[This notice of Dr. Coit's funeral was originally published in a letter to the New York Evening Post of February 9, 1895.]
IF any man in America deserved a public funeral, it was the late rector of St. Paul's School. And yet I cannot but feel that there was something singularly appropriate in the privacy and loneliness with which, from sheer stress of weather, so far as friends from a distance were concerned, his remains were laid to rest. The three hundred school-boys on the spot must, indeed, with their teachers, have formed an imposing retinue at the burial; yet these were but a part of the vastly larger number that, under ordinary circumstances, would have thronged about the bier. Very many of us older boys found it to be simply impossible to reach Concord in the blinding, drifting blizzard that prevailed last Friday, blocking all roads and delaying railway trains. Nevertheless, as my mind goes back to the old days when I was a school-boy there, it seems, I say, quite in keeping with the character of our dear dead master that his burial should be thus apart and lonely, hidden by the snow. For was there ever a great man who more instinctively shrunk from publicity than Dr. Coit? Never, from start to finish, was it he that put himself forward; it was his work that thrust him into prominence. Never once, in any way, did he advertise either the school or himself. Nay, he recoiled from everything that savored of notoriety with the simple delicacy of a girl. He hated to show himself in strange places, to speak or write in them. The only place where he was thoroughly himself was at his own school, among his own boys,--there he was at home. It was his boys and under-masters, as far and wide they scattered to their homes, that advertised him; as St. Paul said of his disciples, "Ye are my epistle."
There is hardly time, as yet, to measure Dr. Coit's position among our great educators and administrators, or to tell the whole story of his distinguished career. His high position is incontestable,--so great that we can only appreciate it properly after the lapse of years, and by contrast with others who have worked in the same field. Just now, in the shock of his unexpected death, his old boys dwell naturally upon the more distinctively spiritual aspects of his character. I find recurring again and again to my memory a verse of the Psalmist: "They shall go from strength to strength, until unto the God of gods appeareth every one of them in Sion." This was one of his favorite texts. As my mind runs back to the little chapel,--the first one of the earliest days,--I recollect how that text used to crop out again and again in his sermons. I did not care much for sermons in those days, but somehow there was hardly ever a Sunday, if "the Doctor" preached, that some sentence of his did not fasten on me. Though he often repeated himself, the connections of his thought were so various and suggestive that I did not find the repetitions tiresome; and I well remember how surprised and interested I used to be when Sunday after Sunday this same text would once more slip into his thoughts: "They shall go from strength to strength." This was the very-thing that he wanted us to do: it was what he had done himself.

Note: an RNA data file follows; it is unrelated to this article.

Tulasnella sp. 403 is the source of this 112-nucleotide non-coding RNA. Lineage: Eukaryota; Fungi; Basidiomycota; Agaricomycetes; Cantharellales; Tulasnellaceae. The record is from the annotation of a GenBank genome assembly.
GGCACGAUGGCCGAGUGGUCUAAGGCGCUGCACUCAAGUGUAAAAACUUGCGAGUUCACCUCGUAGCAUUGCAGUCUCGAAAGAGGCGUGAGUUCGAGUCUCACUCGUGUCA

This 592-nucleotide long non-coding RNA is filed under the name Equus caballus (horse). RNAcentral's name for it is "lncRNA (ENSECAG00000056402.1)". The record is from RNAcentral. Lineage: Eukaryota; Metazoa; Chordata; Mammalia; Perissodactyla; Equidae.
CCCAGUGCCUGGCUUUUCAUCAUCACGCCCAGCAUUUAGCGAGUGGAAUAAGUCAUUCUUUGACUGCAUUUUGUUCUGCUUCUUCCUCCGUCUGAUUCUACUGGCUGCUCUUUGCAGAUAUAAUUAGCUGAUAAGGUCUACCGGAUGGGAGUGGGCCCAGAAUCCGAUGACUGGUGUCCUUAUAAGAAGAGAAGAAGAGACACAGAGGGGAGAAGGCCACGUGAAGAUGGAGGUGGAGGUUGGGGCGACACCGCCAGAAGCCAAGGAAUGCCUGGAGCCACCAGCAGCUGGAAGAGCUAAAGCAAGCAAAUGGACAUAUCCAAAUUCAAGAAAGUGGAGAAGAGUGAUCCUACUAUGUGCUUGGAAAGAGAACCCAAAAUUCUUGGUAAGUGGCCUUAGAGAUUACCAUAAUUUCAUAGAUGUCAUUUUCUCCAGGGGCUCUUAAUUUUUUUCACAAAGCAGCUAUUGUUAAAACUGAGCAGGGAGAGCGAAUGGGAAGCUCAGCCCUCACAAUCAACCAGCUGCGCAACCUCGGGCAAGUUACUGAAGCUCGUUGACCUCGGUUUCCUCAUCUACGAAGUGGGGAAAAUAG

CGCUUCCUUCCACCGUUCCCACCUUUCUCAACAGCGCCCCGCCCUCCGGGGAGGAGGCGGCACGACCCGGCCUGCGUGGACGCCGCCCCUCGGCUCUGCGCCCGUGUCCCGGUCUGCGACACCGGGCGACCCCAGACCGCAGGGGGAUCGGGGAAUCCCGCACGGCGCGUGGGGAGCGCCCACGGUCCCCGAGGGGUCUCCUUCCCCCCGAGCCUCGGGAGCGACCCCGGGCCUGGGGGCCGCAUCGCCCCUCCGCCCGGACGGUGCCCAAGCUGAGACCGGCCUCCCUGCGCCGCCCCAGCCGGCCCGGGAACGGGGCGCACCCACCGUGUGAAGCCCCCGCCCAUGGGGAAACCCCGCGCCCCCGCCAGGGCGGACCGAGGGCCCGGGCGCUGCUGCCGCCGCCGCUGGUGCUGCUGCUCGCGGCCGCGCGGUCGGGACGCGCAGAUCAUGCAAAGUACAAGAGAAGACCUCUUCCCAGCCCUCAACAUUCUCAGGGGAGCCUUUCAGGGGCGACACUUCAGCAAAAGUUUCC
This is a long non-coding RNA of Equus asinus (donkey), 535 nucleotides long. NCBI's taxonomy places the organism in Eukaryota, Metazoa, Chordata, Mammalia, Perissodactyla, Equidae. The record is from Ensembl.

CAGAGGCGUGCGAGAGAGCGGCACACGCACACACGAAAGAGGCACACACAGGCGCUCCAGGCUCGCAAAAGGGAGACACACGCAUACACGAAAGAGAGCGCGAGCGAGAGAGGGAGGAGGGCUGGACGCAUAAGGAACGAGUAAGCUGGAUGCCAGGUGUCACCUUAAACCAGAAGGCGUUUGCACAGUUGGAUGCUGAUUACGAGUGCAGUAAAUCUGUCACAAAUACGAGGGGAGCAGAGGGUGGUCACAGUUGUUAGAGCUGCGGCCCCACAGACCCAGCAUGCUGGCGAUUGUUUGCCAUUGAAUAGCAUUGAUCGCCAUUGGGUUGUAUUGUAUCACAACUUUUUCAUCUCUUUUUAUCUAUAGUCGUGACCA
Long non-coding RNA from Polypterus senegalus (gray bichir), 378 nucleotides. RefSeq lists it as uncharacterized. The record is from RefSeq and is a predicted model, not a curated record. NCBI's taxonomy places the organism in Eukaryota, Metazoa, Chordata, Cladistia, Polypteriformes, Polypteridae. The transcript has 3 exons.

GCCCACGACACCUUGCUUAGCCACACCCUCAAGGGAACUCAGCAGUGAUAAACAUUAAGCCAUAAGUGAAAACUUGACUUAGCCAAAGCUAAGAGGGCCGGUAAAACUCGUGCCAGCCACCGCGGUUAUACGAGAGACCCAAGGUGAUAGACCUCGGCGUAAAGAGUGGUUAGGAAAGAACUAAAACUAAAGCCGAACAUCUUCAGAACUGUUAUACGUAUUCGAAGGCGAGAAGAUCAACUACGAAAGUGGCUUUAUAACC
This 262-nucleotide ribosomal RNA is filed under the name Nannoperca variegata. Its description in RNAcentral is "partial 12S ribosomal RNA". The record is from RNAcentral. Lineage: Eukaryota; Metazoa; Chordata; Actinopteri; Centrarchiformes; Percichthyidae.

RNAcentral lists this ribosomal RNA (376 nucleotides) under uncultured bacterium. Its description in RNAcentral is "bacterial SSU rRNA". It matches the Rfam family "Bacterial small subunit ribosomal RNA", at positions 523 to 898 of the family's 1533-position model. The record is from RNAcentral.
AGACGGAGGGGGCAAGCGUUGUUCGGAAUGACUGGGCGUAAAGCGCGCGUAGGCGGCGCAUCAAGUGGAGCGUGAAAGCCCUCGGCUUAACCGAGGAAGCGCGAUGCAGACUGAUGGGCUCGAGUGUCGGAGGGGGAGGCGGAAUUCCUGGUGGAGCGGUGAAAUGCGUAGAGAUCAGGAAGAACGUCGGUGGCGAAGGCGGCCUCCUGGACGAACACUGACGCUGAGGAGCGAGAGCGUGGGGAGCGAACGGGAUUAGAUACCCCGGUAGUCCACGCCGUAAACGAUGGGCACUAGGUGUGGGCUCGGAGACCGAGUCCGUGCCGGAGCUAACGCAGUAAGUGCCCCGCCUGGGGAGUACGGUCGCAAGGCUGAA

Beginning with the three boys in the carriage that brought him to Dr. Shattuck's country-house, bit by bit, he had built up that great school, and had built up himself with it,--himself the stronger as his school waxed strong,--all the poetry and the sentiment of his rarely gifted nature broadening down into the fine virility of the tested man. We used to think him narrow sometimes, but I am not sure that, as we ourselves grow older, we are not coming to perceive that what we then esteemed "narrowness" was ultimate truth of insight. It is not given to many men to be thoroughly religious from the outset to the end of their lives. The heart of most men roams restlessly for a long time before it rests at last in God. But Dr. Coit was religious always. There was no humbug about him. That is why he had such power over us, in spite of ourselves. From classroom and playground to the Thursday evening talks and the daily chapel, that is the sort of a man he was,--the religious man. Here, in very truth, was a man who was "alive unto God." It seemed as if he never opened a book nor touched a topic, nor met a boy or man, without having "God in all his thoughts." And somehow he never bored us. Other men bored us boys with their religiousness, but "the Doctor" never did. Rather, it appeared as if he had merely gotten on ahead of us, and that very likely we should try to catch up with him by and by. The pathos, the beauty, the risks, the awfulness and the joy, the prospects and the power of the sincere religious life of the human soul,--they have been realized in our lifetime by this man whom we have known, whom we have called our master. It rests with us to follow, or to repudiate, the "secret of Jesus," for which he lived and died. This, I think, is the final impression which every St. Paul's boy, whether of the older time or to-day, has derived from intercourse with that great schoolmaster whose earthly remains were laid to rest last Friday, in the pure New Hampshire snows.